Contributed ArticleFeatureOfficeProperty Management

Landlords Can Create Inclusive and Profitable Tenancy Options

Jason Shepherd

By Jason Shepherd, co-founder of Atlas Real Estate and REACTIV

Commercial Real Estate (CRE) is on the cusp of profound change in vibrant markets like Denver. For too long, the norm has been to fill vacant space with yet another bank branch or chain restaurant rather than offering young creatives and entrepreneurs the opportunity to occupy it for innovative enterprises. The walls are starting to crumble around the traditionally clunky lease terms, creating a new and exciting wave of collaboration, sharing and flexibility.

The Rigid Structure Suffocating CRE

The CRE industry is stuck in an unfortunate cycle of adhering to its own dying status quo. The current structure and nature of it is disjointed and unsustainable. Today, many landlords make all-or-nothing, one-time lease offers that bind tenants to their
properties for five to 10-years. These terms create a high barrier of entry for many entrepreneurs, creatives, fabricators, inventors, etc. from renting space to occupy their dreams. The industry is a take-it-or-leave-it system that puts rigid constraints on who or what can utilize commercial space. Antiquated, old paradigm terms attract traditional, old-school tenants.

However, a new generation of innovators is knocking on the door of commercial real estate. They have grown to expect more flexibility, sharing and collaboration in all aspects of their lives. These renters seek more reasonable, fluid terms that enable them to work in vibrant offices, launch their restaurant in a food hall or drive their mobile apparel truck to a lively gathering.

What Today’s Entrepreneur Demands

Younger generations are accustomed to fluid, flexible terms of service in every area of life. To them, a cumbersome two-year gym contract is unheard of thanks to options like ClassPass. Cable contracts and packages are nearly extinct thanks to a plethora of new pay-for-what-you-watch streaming services. In metro areas, buying a car and paying it off through multiple installments is
uncommon; why bother when you have car sharing, Uber and Lyft at your fingertips? Increasingly, everything we need is available on-demand or on an as-needed basis. Today’s entrepreneurs and creatives expect flexible terms of service, and many industries have stepped up to accommodate their needs.

Unequivocally, the future is nimble, convenient and shared. This provides a viable opportunity for forward thinking business and property owners to pivot from only offering old clunky terms and start meeting consumer demand where it really is. This doesn’t mean that leases move from five years to five minutes. Rather, leases can at least offer the option to bridge the gap between ownership goals and renters needs. You can continue to wait for your Chipotle tenant, but in the meantime, monetize your space and let it serve as a canvas for the next generation of young, creative and dynamic tenants.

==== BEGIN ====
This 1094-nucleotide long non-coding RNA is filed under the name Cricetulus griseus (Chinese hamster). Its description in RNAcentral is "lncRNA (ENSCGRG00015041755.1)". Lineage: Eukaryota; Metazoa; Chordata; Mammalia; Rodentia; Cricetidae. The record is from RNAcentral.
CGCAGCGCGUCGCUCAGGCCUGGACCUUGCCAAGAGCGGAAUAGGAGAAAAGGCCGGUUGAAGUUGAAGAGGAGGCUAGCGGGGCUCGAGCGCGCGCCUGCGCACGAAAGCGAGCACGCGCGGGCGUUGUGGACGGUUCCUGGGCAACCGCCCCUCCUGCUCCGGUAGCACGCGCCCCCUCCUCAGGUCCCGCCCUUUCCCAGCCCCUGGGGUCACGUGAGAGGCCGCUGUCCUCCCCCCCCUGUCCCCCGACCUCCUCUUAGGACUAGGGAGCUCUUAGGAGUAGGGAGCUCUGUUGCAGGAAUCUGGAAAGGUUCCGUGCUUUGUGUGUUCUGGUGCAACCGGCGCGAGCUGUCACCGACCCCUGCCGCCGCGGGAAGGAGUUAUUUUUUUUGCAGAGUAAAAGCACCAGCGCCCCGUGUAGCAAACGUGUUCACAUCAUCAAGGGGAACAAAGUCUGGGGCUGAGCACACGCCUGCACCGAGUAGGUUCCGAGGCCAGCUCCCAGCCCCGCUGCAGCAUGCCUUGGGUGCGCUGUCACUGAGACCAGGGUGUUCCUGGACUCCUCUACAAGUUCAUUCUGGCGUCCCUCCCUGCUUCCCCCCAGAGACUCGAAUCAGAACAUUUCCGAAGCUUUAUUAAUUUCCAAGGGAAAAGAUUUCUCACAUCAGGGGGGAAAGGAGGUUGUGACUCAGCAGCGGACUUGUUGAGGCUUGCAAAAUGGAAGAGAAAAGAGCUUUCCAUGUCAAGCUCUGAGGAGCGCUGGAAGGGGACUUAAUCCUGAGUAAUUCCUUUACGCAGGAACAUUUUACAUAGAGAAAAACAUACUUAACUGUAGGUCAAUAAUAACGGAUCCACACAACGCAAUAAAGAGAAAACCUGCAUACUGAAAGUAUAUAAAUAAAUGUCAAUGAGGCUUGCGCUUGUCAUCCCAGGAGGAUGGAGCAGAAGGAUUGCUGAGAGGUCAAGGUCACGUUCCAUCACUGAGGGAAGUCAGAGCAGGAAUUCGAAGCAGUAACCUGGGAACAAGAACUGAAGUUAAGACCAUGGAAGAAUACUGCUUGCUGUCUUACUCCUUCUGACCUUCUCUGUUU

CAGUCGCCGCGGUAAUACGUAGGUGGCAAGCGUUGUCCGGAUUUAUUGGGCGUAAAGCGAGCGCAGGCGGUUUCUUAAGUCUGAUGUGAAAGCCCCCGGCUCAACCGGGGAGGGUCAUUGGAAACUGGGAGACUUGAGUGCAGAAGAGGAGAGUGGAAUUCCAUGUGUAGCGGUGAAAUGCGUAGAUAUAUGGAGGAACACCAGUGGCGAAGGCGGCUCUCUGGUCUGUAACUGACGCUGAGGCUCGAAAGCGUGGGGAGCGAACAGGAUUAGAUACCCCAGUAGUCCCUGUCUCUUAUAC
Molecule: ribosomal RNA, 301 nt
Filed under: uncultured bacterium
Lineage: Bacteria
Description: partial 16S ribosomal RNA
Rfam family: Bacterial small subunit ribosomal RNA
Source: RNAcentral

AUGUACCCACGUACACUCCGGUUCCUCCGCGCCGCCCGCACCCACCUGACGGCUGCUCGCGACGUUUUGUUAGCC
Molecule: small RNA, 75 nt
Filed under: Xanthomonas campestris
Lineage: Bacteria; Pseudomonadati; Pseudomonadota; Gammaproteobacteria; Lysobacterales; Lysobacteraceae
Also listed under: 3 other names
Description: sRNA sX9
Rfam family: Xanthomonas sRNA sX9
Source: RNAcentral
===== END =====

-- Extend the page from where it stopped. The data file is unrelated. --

The Future Is Collaborative, Shared And Flexible

Flexibility nurtures collaboration. Younger generations thrive in community settings that encourage partnership, interaction and social connection through close proximity, which often leads to increased creativity, productivity and innovation. Companies like WeWork have found success in the sharing economy because millennials are not intimidated by co-tenancy; instead, they welcome it.

Additionally, they are open to dynamic uses. Your local juice bar is also a yoga studio and an event space. We are blurring the lines of real estate use, a trend that will only continue to grow as we find more ways to keep every square foot of our property vibrant 24/7.

Flexible terms create a win-win-win: increased revenue opportunities for business and property owners, work/play spaces for entrepreneurs and creatives who wouldn’t otherwise have access to it, and increased neighborhood vibrancy.

The Opportunity For Commercial Landlords

We’re on day one of the real estate evolution; technology and new consumer demands will once again help breathe life into vacant or underutilized bricks and mortar. Decades of digital connection leaves people longing for in-person connection in physical spaces. Property owners that entertain unique uses and flexible terms have the opportunity to be an active part of this change.

Innovative and flexible rental terms will create greater demand, increasing the pool of potential occupants. The sky’s the limit in terms of space usage, and the only constraint is a building owner’s flexibility and a renter’s creativity in using it.

Owners shouldn’t toss their 50-page lease for hourly rentals just yet. Instead, they should be more receptive to flexible occupancy terms that give them a bit more revenue, while at the same time giving young entrepreneurs the ability to launch their dreams.

Jason Shepherd is an investor, entrepreneur and community builder. For the past several years, he has been reimagining the role of property owners, galvanizing them to serve as hosts to connect community. Jason is co-founder of Atlas Real Estate, a wellness-based social club (Archipelago) and new marketplace technology (REACTIV).

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